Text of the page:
• Understanding the Global Real Estate Game (Nicholas Vardy in Seeking Alpha, June 25th): "Knight Frank: Latvia… home prices jumped by a whopping 61.2% over the past year. Estonia and Lithuania rose by a relatively moderate 24.5% and 21.7%. South Africa is the fastest-growing commercial property market in the world… Property prices [there] rose 30.1%... Ukraine is still largely untapped as an institutional-investment market… Even Africa… is attracting investments, including a new $100 million fund focused on less developed African countries in western and southern Africa… More than a dozen global [US-launched] real-estate mutual funds… now manage $16.8 billion. International real-estate ETFs such as WisdomTree International Real Estate and Northern Trust Corporation's Northern Global Real Estate Index are solid bets in the sector."
  • Global Home Prices Remain Fairly Strong Relative To U.S. (Hickey and Walters in Seeking Alpha, June 25th): "The Economist checked Q1 y/y percent change in home prices of 20 countries: Economist Home PricesEconomist House Price IndicatorsThe U.S. and Japan were the only countries that had a decline, while South Africa, Singapore, Denmark, New Zealand and Britain all posted double digit increases. The chart and table highlight that home prices across the globe, while slightly weaker than the prior year, remain fairly strong compared to the slumping U.S. market."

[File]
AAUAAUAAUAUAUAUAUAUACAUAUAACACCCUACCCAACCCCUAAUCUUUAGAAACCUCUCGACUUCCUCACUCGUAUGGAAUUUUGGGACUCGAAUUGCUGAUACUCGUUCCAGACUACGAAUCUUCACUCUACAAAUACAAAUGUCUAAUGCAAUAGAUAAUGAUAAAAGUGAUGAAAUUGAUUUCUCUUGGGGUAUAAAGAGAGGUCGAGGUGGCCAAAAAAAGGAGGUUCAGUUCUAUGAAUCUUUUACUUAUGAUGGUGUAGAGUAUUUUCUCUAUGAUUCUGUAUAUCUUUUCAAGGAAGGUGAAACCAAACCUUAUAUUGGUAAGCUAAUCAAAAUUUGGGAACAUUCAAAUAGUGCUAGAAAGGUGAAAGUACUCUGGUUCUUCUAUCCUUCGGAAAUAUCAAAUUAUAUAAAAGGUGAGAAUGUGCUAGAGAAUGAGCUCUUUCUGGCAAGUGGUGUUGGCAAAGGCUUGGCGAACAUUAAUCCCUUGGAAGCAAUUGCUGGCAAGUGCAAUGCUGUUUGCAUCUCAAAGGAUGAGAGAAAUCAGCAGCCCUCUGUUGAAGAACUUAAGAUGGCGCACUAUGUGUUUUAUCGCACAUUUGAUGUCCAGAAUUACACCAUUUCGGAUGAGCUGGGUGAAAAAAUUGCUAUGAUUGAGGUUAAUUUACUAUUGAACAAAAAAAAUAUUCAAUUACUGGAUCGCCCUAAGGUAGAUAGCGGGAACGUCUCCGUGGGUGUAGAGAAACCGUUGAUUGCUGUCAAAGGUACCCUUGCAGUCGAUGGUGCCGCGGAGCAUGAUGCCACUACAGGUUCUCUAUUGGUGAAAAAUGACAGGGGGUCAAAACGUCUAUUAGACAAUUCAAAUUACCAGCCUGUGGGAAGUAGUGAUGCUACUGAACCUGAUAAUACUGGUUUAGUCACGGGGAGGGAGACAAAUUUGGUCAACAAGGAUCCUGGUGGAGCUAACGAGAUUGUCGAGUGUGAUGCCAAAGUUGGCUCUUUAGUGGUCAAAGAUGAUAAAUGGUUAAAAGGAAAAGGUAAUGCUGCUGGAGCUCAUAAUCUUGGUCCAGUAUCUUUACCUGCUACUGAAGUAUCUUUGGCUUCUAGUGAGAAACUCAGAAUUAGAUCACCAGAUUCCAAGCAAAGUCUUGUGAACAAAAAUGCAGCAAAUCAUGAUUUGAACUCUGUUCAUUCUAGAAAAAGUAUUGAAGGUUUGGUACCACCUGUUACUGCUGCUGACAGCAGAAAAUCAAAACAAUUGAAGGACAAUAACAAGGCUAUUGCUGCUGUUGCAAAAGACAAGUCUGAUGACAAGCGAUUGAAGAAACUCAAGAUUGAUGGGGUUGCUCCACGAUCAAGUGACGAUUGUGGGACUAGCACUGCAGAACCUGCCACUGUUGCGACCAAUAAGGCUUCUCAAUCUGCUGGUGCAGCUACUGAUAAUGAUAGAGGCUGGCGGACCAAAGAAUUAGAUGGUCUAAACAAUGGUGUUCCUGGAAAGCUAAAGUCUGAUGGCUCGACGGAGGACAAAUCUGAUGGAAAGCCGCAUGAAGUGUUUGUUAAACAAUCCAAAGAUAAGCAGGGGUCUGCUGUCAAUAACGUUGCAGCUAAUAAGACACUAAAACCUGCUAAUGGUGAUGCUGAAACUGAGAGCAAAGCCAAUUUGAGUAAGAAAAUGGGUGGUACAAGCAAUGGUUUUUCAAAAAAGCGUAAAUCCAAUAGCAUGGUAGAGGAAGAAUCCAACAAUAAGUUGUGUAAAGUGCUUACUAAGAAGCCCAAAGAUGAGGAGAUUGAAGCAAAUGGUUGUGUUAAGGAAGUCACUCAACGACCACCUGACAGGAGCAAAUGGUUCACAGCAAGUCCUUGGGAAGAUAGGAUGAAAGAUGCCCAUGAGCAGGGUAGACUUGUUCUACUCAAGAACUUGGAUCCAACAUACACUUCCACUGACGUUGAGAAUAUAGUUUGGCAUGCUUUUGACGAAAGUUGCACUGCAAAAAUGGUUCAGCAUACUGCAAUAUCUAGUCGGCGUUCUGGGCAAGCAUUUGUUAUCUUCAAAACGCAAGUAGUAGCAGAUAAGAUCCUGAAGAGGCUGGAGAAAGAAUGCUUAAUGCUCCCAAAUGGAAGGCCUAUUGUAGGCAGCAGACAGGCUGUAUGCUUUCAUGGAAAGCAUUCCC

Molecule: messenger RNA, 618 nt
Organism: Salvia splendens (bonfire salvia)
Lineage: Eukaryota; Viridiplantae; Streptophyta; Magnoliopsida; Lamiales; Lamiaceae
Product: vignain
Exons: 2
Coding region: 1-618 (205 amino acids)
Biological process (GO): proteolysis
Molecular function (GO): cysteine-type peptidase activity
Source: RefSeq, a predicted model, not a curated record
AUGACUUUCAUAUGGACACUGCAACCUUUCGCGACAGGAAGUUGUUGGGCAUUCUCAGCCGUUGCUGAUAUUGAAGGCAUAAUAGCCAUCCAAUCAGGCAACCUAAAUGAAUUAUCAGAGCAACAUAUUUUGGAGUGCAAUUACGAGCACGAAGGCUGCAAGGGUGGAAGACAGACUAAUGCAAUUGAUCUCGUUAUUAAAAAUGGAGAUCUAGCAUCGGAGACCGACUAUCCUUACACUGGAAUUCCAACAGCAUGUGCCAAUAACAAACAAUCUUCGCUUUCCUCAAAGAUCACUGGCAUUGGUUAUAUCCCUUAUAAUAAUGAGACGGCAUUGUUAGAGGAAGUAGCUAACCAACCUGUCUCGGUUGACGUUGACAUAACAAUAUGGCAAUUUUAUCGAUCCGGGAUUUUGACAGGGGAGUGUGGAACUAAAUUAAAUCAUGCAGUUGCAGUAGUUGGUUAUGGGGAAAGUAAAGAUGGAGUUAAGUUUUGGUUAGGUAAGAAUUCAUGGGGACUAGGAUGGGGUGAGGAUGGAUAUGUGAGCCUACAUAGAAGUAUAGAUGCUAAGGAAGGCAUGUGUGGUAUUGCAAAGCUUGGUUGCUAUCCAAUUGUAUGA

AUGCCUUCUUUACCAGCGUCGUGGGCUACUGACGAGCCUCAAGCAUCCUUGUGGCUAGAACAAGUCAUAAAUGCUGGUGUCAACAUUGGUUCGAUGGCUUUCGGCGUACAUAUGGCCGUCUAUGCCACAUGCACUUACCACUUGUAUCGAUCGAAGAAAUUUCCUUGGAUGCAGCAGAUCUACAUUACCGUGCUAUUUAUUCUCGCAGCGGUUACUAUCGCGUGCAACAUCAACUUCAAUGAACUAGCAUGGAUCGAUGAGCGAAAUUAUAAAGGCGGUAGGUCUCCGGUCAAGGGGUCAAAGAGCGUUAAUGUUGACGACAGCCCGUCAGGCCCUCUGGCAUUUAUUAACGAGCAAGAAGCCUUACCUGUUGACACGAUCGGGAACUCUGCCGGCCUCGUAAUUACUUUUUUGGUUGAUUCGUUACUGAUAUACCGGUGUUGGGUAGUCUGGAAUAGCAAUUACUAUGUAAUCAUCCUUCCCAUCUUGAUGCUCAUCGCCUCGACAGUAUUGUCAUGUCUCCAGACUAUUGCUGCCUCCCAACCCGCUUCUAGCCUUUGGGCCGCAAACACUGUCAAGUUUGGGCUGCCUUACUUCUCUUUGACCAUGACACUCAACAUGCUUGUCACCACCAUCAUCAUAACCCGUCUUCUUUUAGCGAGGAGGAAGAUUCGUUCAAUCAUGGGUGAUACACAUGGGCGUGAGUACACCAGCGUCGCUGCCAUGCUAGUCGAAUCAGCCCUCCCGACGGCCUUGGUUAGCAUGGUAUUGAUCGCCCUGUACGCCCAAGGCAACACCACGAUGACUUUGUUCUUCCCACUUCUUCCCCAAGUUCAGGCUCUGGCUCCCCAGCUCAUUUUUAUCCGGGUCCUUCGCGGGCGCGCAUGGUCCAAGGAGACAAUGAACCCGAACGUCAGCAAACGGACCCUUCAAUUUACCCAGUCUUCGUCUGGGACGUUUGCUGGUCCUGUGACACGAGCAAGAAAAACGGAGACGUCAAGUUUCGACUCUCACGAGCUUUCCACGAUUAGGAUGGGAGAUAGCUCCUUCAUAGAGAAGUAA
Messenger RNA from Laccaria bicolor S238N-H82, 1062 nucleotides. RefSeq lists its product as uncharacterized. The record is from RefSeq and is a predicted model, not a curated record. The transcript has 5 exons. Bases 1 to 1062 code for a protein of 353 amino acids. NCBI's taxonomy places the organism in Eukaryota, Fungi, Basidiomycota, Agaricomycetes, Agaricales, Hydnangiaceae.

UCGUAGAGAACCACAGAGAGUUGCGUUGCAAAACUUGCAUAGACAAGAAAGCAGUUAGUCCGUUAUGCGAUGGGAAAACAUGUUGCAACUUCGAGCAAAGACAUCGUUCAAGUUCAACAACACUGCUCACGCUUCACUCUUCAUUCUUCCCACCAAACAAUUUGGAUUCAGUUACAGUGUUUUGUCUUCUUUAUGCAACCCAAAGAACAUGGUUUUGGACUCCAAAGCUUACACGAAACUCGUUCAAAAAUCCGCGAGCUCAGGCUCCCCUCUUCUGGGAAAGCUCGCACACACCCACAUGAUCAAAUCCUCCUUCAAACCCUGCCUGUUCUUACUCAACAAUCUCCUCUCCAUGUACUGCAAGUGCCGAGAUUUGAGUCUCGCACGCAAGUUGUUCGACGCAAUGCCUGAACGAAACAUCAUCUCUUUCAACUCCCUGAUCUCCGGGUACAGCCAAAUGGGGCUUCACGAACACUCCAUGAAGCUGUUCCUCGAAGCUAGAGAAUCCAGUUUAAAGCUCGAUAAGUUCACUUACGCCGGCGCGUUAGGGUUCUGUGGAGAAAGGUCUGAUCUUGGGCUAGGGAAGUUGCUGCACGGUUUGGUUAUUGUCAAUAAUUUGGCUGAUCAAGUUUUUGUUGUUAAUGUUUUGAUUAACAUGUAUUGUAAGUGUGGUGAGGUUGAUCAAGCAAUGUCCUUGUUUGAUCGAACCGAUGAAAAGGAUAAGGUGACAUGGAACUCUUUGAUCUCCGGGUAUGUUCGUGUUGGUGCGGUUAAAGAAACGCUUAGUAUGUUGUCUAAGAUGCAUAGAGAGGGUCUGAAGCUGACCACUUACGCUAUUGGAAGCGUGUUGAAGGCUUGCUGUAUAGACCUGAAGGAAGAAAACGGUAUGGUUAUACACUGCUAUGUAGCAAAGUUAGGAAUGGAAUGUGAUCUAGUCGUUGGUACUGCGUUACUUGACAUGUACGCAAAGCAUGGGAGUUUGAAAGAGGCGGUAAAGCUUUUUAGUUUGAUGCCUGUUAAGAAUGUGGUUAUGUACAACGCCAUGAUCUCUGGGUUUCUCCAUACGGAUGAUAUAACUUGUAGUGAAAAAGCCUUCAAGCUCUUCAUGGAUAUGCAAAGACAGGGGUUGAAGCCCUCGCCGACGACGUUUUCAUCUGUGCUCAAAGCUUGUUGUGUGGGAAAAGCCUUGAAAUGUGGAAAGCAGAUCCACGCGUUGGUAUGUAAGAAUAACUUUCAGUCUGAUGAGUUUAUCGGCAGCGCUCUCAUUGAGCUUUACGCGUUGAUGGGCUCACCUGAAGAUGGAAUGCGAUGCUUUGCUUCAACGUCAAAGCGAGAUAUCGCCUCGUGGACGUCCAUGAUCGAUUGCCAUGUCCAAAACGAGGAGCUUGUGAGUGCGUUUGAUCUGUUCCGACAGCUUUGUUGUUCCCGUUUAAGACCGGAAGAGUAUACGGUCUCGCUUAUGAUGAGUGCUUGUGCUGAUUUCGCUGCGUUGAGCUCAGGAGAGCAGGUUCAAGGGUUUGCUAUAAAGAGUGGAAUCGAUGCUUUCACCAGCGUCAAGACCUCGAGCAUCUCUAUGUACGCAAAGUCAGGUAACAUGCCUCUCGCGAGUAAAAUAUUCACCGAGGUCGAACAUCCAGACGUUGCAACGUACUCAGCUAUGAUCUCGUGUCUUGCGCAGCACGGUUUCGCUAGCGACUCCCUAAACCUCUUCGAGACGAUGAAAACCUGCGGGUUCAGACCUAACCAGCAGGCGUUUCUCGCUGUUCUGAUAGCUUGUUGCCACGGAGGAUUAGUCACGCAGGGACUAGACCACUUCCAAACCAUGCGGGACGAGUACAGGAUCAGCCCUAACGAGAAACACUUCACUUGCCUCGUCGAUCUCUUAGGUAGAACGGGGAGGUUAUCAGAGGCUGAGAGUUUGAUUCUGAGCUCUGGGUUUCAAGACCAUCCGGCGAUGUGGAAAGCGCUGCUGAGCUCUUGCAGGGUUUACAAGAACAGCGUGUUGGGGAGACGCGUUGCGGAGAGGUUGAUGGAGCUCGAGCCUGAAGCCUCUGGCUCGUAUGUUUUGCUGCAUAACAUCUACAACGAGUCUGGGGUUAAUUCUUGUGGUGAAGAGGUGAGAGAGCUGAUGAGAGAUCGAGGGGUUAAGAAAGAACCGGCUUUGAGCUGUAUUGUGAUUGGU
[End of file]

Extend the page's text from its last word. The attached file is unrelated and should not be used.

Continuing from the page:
• U.S. Investors Looking Abroad For Real Estate Holdings (St. Louis Today, June 24th): "ASE-listed… WisdomTree International Real Estate fund (NYSEARCA:DRW) [and] private bank Northern Trust Corp.'s Northern Global Real Estate Index (MUTF:NGREX), now [have] more than $1 billion in assets… Wealth manager Linda Lubitz-Boone's… foreign funds of choice: Cohen & Steers International Realty (MUTF:IRFAX) and Alpine International Real Estate (EGLRX). Both have $1,000 minimums… The Dryden Global Real Estate fund, [which] has more than a third of its assets in U.S. real estate investments… Fidelity International Real Estate fund owns no U.S. stocks and doesn't hedge their currency exposure, providing the purest play for foreign property. Typically, "global" funds will own U.S. investments, while "international" funds won't."